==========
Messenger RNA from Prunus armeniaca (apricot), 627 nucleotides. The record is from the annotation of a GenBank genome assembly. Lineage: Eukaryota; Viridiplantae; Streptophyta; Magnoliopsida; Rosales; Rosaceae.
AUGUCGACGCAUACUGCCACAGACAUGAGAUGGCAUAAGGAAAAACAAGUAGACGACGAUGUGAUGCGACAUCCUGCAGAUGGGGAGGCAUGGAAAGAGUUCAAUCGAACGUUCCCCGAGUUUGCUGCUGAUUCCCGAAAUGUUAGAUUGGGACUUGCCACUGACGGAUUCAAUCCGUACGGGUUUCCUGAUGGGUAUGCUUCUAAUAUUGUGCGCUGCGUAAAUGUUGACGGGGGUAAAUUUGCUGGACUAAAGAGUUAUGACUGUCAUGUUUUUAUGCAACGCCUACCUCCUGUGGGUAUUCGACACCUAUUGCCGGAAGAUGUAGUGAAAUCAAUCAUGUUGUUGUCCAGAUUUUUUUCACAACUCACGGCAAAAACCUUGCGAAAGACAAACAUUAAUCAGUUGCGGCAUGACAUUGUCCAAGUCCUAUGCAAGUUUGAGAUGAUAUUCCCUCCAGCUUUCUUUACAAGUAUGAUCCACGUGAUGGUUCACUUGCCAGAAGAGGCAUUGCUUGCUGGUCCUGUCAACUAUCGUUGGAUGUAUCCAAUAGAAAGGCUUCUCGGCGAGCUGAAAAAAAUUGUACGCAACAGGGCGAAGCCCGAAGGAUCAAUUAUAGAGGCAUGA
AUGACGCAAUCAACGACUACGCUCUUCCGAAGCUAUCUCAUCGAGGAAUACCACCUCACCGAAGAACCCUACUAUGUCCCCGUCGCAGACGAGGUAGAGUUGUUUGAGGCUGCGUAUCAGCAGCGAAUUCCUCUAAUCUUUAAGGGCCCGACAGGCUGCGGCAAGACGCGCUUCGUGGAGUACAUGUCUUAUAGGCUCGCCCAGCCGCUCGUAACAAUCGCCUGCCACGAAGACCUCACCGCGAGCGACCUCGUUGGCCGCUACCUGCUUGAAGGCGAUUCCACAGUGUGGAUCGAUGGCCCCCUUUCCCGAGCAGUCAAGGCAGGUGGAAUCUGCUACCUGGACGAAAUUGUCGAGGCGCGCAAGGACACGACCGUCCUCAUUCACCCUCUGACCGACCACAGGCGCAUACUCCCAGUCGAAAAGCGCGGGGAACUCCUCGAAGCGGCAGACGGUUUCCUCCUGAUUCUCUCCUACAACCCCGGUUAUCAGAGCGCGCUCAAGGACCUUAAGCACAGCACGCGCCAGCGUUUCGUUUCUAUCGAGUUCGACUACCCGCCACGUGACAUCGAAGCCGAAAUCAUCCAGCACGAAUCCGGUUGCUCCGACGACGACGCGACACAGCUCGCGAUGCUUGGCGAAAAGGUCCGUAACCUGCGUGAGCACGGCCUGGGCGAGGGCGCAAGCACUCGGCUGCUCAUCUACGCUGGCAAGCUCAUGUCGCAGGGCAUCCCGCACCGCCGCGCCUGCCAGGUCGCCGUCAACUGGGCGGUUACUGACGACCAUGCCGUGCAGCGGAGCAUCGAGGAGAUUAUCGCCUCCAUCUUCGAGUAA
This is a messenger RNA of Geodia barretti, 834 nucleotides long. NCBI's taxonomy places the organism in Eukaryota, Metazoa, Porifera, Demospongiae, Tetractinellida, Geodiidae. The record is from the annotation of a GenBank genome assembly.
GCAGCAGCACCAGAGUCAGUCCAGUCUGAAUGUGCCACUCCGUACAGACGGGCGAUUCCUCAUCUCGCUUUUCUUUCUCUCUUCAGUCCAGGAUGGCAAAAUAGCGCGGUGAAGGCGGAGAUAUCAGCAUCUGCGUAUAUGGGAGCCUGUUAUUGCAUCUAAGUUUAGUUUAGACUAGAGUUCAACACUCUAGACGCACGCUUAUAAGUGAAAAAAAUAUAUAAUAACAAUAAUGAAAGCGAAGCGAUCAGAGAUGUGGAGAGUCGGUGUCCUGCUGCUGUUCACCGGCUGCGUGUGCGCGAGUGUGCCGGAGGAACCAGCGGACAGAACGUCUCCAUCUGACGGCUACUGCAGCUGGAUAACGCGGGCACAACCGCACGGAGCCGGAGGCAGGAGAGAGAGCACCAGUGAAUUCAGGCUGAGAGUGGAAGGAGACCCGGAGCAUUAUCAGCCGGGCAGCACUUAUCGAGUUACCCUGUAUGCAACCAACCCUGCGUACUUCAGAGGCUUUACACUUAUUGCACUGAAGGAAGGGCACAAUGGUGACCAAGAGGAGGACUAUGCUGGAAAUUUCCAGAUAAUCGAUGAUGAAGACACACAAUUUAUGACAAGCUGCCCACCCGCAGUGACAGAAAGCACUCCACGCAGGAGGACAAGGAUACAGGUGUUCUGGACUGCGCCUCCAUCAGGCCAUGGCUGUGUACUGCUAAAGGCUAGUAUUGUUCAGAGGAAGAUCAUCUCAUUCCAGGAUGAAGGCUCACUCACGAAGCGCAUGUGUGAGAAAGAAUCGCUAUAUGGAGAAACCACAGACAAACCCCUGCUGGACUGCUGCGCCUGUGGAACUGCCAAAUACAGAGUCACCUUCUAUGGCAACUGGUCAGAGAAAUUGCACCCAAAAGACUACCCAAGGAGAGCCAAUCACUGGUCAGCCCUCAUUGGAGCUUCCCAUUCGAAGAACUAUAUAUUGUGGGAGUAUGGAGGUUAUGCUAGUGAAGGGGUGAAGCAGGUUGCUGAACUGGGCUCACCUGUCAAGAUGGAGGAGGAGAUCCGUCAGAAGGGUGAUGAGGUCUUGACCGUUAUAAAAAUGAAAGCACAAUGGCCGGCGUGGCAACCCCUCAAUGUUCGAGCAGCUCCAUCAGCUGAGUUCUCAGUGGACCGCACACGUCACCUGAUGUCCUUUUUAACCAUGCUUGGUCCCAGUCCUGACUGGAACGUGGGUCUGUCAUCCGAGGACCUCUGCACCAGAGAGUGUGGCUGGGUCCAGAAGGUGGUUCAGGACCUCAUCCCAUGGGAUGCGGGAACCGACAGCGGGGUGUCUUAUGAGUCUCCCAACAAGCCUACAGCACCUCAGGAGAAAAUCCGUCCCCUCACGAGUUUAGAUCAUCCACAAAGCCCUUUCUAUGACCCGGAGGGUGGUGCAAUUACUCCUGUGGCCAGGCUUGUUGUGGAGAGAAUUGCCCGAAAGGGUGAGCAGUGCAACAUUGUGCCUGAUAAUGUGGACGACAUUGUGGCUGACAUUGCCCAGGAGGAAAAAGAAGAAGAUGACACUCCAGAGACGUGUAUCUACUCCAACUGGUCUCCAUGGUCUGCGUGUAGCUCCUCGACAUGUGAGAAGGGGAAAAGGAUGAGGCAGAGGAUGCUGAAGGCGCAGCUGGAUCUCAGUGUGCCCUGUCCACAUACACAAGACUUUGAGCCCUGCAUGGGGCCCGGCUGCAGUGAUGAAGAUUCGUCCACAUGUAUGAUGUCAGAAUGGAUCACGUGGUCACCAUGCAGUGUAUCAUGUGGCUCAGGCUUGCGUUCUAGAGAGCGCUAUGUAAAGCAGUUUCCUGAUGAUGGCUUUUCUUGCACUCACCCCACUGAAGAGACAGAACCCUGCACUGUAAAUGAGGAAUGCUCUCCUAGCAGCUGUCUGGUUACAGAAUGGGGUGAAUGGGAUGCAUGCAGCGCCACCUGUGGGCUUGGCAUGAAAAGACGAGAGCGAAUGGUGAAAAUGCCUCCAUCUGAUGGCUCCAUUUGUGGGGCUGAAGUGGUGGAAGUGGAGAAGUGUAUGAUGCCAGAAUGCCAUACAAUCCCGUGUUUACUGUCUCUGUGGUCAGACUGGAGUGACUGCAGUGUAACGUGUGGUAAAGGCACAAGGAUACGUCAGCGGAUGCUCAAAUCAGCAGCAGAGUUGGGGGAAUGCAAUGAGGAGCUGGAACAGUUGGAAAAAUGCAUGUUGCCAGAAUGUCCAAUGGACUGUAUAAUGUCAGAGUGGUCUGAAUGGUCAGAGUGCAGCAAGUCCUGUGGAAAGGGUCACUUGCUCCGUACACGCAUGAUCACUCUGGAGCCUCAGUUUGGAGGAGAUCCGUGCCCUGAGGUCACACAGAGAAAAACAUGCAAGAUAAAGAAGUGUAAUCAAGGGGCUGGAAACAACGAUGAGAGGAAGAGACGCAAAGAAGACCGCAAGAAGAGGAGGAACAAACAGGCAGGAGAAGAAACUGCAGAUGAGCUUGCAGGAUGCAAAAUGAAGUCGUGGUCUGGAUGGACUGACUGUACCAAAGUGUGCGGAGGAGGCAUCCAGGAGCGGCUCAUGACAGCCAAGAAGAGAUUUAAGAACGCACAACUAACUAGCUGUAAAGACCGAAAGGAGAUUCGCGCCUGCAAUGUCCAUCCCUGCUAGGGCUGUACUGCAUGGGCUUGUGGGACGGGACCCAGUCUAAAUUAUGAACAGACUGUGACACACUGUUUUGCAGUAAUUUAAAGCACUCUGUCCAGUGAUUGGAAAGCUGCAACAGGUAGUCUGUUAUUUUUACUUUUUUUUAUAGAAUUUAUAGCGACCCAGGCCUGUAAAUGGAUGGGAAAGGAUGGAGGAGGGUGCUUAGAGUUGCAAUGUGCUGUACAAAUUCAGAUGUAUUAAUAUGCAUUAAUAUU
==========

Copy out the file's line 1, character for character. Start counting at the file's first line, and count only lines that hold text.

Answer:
Messenger RNA from Prunus armeniaca (apricot), 627 nucleotides. The record is from the annotation of a GenBank genome assembly. Lineage: Eukaryota; Viridiplantae; Streptophyta; Magnoliopsida; Rosales; Rosaceae.